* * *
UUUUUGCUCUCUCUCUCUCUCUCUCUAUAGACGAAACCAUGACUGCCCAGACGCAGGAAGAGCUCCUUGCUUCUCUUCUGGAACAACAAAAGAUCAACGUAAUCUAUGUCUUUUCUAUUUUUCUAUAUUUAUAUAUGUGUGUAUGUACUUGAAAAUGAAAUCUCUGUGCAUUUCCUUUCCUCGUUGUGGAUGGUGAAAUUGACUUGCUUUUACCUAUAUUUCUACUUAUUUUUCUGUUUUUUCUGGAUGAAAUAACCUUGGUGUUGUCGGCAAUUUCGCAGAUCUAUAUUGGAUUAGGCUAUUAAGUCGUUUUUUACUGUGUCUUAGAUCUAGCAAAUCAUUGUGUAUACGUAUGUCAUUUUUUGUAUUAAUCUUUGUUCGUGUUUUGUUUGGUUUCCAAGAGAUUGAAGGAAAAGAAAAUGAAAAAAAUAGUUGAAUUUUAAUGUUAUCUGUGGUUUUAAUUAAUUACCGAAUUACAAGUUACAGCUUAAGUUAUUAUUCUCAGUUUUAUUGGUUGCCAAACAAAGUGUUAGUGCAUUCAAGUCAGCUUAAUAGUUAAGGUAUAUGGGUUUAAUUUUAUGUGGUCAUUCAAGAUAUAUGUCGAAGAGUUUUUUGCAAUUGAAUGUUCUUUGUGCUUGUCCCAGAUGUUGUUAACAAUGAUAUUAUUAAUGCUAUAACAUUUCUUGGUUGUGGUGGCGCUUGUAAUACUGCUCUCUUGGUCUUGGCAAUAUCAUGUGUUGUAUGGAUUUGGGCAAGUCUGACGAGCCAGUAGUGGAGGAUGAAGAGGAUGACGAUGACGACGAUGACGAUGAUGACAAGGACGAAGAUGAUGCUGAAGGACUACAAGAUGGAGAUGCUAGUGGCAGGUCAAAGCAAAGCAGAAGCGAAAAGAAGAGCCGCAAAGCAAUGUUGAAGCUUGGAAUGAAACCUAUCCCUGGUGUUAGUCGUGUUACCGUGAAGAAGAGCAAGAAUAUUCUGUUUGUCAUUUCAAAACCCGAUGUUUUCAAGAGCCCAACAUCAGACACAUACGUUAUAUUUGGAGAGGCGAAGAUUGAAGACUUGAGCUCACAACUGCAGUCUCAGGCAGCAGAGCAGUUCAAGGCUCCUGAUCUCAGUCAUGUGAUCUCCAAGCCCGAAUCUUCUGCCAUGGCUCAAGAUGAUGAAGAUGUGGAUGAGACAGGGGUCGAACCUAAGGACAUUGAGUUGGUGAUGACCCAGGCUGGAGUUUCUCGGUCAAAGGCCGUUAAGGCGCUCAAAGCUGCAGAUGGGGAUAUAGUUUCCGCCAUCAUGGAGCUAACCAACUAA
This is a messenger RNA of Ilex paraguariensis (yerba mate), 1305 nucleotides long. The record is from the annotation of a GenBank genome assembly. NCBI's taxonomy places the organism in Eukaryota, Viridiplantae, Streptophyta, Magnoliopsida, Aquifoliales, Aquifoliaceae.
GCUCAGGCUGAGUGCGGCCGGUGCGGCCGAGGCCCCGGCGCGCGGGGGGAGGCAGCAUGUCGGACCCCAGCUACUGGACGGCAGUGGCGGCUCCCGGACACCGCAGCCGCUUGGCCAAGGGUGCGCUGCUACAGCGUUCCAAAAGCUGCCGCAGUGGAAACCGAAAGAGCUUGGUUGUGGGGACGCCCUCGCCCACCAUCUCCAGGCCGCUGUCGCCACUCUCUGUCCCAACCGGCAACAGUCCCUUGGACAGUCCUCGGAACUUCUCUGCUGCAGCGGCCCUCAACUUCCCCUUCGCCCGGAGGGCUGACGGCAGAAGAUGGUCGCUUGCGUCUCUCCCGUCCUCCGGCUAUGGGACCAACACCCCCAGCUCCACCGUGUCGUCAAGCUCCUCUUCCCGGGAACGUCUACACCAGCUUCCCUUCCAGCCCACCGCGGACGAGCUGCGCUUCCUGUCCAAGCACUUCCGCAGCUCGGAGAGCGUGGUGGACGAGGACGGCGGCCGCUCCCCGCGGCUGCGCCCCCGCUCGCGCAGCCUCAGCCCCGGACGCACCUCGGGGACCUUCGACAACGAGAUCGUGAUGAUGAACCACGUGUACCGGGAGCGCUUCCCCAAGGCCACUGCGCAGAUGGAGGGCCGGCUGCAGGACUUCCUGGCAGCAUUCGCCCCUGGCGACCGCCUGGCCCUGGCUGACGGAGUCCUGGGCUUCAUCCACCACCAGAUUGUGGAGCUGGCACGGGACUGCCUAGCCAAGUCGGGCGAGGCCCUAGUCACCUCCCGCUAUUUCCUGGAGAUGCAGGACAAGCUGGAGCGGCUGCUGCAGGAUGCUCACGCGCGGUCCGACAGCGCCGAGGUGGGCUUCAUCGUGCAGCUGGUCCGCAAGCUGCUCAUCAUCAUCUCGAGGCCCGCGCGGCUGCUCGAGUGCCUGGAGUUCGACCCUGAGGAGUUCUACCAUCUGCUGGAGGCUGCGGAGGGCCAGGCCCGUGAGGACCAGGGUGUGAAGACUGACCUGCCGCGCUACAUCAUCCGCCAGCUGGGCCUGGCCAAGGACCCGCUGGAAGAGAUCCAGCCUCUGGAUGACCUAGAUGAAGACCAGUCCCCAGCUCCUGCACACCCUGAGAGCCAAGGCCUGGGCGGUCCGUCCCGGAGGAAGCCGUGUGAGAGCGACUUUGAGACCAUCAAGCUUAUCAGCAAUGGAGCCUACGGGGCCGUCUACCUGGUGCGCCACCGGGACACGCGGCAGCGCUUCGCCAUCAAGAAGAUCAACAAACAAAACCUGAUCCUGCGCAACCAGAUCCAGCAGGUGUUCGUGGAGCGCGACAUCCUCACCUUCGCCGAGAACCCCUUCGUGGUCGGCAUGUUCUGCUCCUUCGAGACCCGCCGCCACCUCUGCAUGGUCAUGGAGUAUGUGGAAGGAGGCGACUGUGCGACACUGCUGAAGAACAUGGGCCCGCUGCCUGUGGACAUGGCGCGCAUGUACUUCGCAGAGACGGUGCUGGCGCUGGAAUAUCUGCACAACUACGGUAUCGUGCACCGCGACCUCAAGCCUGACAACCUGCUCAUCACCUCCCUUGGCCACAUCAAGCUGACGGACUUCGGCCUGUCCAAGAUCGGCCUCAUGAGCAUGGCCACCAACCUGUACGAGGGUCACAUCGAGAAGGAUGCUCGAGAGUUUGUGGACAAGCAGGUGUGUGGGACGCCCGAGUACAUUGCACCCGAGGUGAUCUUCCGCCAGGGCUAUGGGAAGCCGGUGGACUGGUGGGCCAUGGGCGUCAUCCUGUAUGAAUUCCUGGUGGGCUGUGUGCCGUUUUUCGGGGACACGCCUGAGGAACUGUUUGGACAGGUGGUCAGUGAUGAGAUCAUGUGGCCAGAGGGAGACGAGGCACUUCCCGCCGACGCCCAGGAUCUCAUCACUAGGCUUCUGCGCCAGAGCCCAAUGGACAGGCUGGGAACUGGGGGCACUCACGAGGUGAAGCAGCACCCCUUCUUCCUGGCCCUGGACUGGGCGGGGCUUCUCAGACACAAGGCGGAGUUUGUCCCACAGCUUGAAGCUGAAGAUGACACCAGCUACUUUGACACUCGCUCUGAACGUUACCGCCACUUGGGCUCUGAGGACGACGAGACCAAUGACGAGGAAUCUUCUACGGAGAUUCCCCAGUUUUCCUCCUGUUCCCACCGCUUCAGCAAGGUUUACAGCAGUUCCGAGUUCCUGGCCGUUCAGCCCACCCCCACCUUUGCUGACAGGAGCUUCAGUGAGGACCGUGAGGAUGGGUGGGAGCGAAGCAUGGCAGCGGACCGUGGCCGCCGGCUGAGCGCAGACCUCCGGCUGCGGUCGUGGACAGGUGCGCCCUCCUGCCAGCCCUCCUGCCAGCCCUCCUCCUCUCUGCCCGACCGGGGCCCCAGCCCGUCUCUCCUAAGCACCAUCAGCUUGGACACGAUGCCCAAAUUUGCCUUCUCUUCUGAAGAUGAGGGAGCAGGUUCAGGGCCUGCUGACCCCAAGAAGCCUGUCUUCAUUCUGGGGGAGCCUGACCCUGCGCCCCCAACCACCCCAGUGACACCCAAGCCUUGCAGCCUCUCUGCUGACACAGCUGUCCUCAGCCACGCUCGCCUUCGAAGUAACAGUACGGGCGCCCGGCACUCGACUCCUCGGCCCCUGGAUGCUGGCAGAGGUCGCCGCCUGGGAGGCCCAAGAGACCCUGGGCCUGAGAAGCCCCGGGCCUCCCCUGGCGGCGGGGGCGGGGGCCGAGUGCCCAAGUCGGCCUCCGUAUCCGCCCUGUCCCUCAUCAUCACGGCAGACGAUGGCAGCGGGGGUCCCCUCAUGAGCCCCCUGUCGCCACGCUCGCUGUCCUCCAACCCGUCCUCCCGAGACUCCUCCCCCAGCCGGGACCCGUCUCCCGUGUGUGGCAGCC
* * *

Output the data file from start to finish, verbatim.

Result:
UUUUUGCUCUCUCUCUCUCUCUCUCUAUAGACGAAACCAUGACUGCCCAGACGCAGGAAGAGCUCCUUGCUUCUCUUCUGGAACAACAAAAGAUCAACGUAAUCUAUGUCUUUUCUAUUUUUCUAUAUUUAUAUAUGUGUGUAUGUACUUGAAAAUGAAAUCUCUGUGCAUUUCCUUUCCUCGUUGUGGAUGGUGAAAUUGACUUGCUUUUACCUAUAUUUCUACUUAUUUUUCUGUUUUUUCUGGAUGAAAUAACCUUGGUGUUGUCGGCAAUUUCGCAGAUCUAUAUUGGAUUAGGCUAUUAAGUCGUUUUUUACUGUGUCUUAGAUCUAGCAAAUCAUUGUGUAUACGUAUGUCAUUUUUUGUAUUAAUCUUUGUUCGUGUUUUGUUUGGUUUCCAAGAGAUUGAAGGAAAAGAAAAUGAAAAAAAUAGUUGAAUUUUAAUGUUAUCUGUGGUUUUAAUUAAUUACCGAAUUACAAGUUACAGCUUAAGUUAUUAUUCUCAGUUUUAUUGGUUGCCAAACAAAGUGUUAGUGCAUUCAAGUCAGCUUAAUAGUUAAGGUAUAUGGGUUUAAUUUUAUGUGGUCAUUCAAGAUAUAUGUCGAAGAGUUUUUUGCAAUUGAAUGUUCUUUGUGCUUGUCCCAGAUGUUGUUAACAAUGAUAUUAUUAAUGCUAUAACAUUUCUUGGUUGUGGUGGCGCUUGUAAUACUGCUCUCUUGGUCUUGGCAAUAUCAUGUGUUGUAUGGAUUUGGGCAAGUCUGACGAGCCAGUAGUGGAGGAUGAAGAGGAUGACGAUGACGACGAUGACGAUGAUGACAAGGACGAAGAUGAUGCUGAAGGACUACAAGAUGGAGAUGCUAGUGGCAGGUCAAAGCAAAGCAGAAGCGAAAAGAAGAGCCGCAAAGCAAUGUUGAAGCUUGGAAUGAAACCUAUCCCUGGUGUUAGUCGUGUUACCGUGAAGAAGAGCAAGAAUAUUCUGUUUGUCAUUUCAAAACCCGAUGUUUUCAAGAGCCCAACAUCAGACACAUACGUUAUAUUUGGAGAGGCGAAGAUUGAAGACUUGAGCUCACAACUGCAGUCUCAGGCAGCAGAGCAGUUCAAGGCUCCUGAUCUCAGUCAUGUGAUCUCCAAGCCCGAAUCUUCUGCCAUGGCUCAAGAUGAUGAAGAUGUGGAUGAGACAGGGGUCGAACCUAAGGACAUUGAGUUGGUGAUGACCCAGGCUGGAGUUUCUCGGUCAAAGGCCGUUAAGGCGCUCAAAGCUGCAGAUGGGGAUAUAGUUUCCGCCAUCAUGGAGCUAACCAACUAA
This is a messenger RNA of Ilex paraguariensis (yerba mate), 1305 nucleotides long. The record is from the annotation of a GenBank genome assembly. NCBI's taxonomy places the organism in Eukaryota, Viridiplantae, Streptophyta, Magnoliopsida, Aquifoliales, Aquifoliaceae.
GCUCAGGCUGAGUGCGGCCGGUGCGGCCGAGGCCCCGGCGCGCGGGGGGAGGCAGCAUGUCGGACCCCAGCUACUGGACGGCAGUGGCGGCUCCCGGACACCGCAGCCGCUUGGCCAAGGGUGCGCUGCUACAGCGUUCCAAAAGCUGCCGCAGUGGAAACCGAAAGAGCUUGGUUGUGGGGACGCCCUCGCCCACCAUCUCCAGGCCGCUGUCGCCACUCUCUGUCCCAACCGGCAACAGUCCCUUGGACAGUCCUCGGAACUUCUCUGCUGCAGCGGCCCUCAACUUCCCCUUCGCCCGGAGGGCUGACGGCAGAAGAUGGUCGCUUGCGUCUCUCCCGUCCUCCGGCUAUGGGACCAACACCCCCAGCUCCACCGUGUCGUCAAGCUCCUCUUCCCGGGAACGUCUACACCAGCUUCCCUUCCAGCCCACCGCGGACGAGCUGCGCUUCCUGUCCAAGCACUUCCGCAGCUCGGAGAGCGUGGUGGACGAGGACGGCGGCCGCUCCCCGCGGCUGCGCCCCCGCUCGCGCAGCCUCAGCCCCGGACGCACCUCGGGGACCUUCGACAACGAGAUCGUGAUGAUGAACCACGUGUACCGGGAGCGCUUCCCCAAGGCCACUGCGCAGAUGGAGGGCCGGCUGCAGGACUUCCUGGCAGCAUUCGCCCCUGGCGACCGCCUGGCCCUGGCUGACGGAGUCCUGGGCUUCAUCCACCACCAGAUUGUGGAGCUGGCACGGGACUGCCUAGCCAAGUCGGGCGAGGCCCUAGUCACCUCCCGCUAUUUCCUGGAGAUGCAGGACAAGCUGGAGCGGCUGCUGCAGGAUGCUCACGCGCGGUCCGACAGCGCCGAGGUGGGCUUCAUCGUGCAGCUGGUCCGCAAGCUGCUCAUCAUCAUCUCGAGGCCCGCGCGGCUGCUCGAGUGCCUGGAGUUCGACCCUGAGGAGUUCUACCAUCUGCUGGAGGCUGCGGAGGGCCAGGCCCGUGAGGACCAGGGUGUGAAGACUGACCUGCCGCGCUACAUCAUCCGCCAGCUGGGCCUGGCCAAGGACCCGCUGGAAGAGAUCCAGCCUCUGGAUGACCUAGAUGAAGACCAGUCCCCAGCUCCUGCACACCCUGAGAGCCAAGGCCUGGGCGGUCCGUCCCGGAGGAAGCCGUGUGAGAGCGACUUUGAGACCAUCAAGCUUAUCAGCAAUGGAGCCUACGGGGCCGUCUACCUGGUGCGCCACCGGGACACGCGGCAGCGCUUCGCCAUCAAGAAGAUCAACAAACAAAACCUGAUCCUGCGCAACCAGAUCCAGCAGGUGUUCGUGGAGCGCGACAUCCUCACCUUCGCCGAGAACCCCUUCGUGGUCGGCAUGUUCUGCUCCUUCGAGACCCGCCGCCACCUCUGCAUGGUCAUGGAGUAUGUGGAAGGAGGCGACUGUGCGACACUGCUGAAGAACAUGGGCCCGCUGCCUGUGGACAUGGCGCGCAUGUACUUCGCAGAGACGGUGCUGGCGCUGGAAUAUCUGCACAACUACGGUAUCGUGCACCGCGACCUCAAGCCUGACAACCUGCUCAUCACCUCCCUUGGCCACAUCAAGCUGACGGACUUCGGCCUGUCCAAGAUCGGCCUCAUGAGCAUGGCCACCAACCUGUACGAGGGUCACAUCGAGAAGGAUGCUCGAGAGUUUGUGGACAAGCAGGUGUGUGGGACGCCCGAGUACAUUGCACCCGAGGUGAUCUUCCGCCAGGGCUAUGGGAAGCCGGUGGACUGGUGGGCCAUGGGCGUCAUCCUGUAUGAAUUCCUGGUGGGCUGUGUGCCGUUUUUCGGGGACACGCCUGAGGAACUGUUUGGACAGGUGGUCAGUGAUGAGAUCAUGUGGCCAGAGGGAGACGAGGCACUUCCCGCCGACGCCCAGGAUCUCAUCACUAGGCUUCUGCGCCAGAGCCCAAUGGACAGGCUGGGAACUGGGGGCACUCACGAGGUGAAGCAGCACCCCUUCUUCCUGGCCCUGGACUGGGCGGGGCUUCUCAGACACAAGGCGGAGUUUGUCCCACAGCUUGAAGCUGAAGAUGACACCAGCUACUUUGACACUCGCUCUGAACGUUACCGCCACUUGGGCUCUGAGGACGACGAGACCAAUGACGAGGAAUCUUCUACGGAGAUUCCCCAGUUUUCCUCCUGUUCCCACCGCUUCAGCAAGGUUUACAGCAGUUCCGAGUUCCUGGCCGUUCAGCCCACCCCCACCUUUGCUGACAGGAGCUUCAGUGAGGACCGUGAGGAUGGGUGGGAGCGAAGCAUGGCAGCGGACCGUGGCCGCCGGCUGAGCGCAGACCUCCGGCUGCGGUCGUGGACAGGUGCGCCCUCCUGCCAGCCCUCCUGCCAGCCCUCCUCCUCUCUGCCCGACCGGGGCCCCAGCCCGUCUCUCCUAAGCACCAUCAGCUUGGACACGAUGCCCAAAUUUGCCUUCUCUUCUGAAGAUGAGGGAGCAGGUUCAGGGCCUGCUGACCCCAAGAAGCCUGUCUUCAUUCUGGGGGAGCCUGACCCUGCGCCCCCAACCACCCCAGUGACACCCAAGCCUUGCAGCCUCUCUGCUGACACAGCUGUCCUCAGCCACGCUCGCCUUCGAAGUAACAGUACGGGCGCCCGGCACUCGACUCCUCGGCCCCUGGAUGCUGGCAGAGGUCGCCGCCUGGGAGGCCCAAGAGACCCUGGGCCUGAGAAGCCCCGGGCCUCCCCUGGCGGCGGGGGCGGGGGCCGAGUGCCCAAGUCGGCCUCCGUAUCCGCCCUGUCCCUCAUCAUCACGGCAGACGAUGGCAGCGGGGGUCCCCUCAUGAGCCCCCUGUCGCCACGCUCGCUGUCCUCCAACCCGUCCUCCCGAGACUCCUCCCCCAGCCGGGACCCGUCUCCCGUGUGUGGCAGCC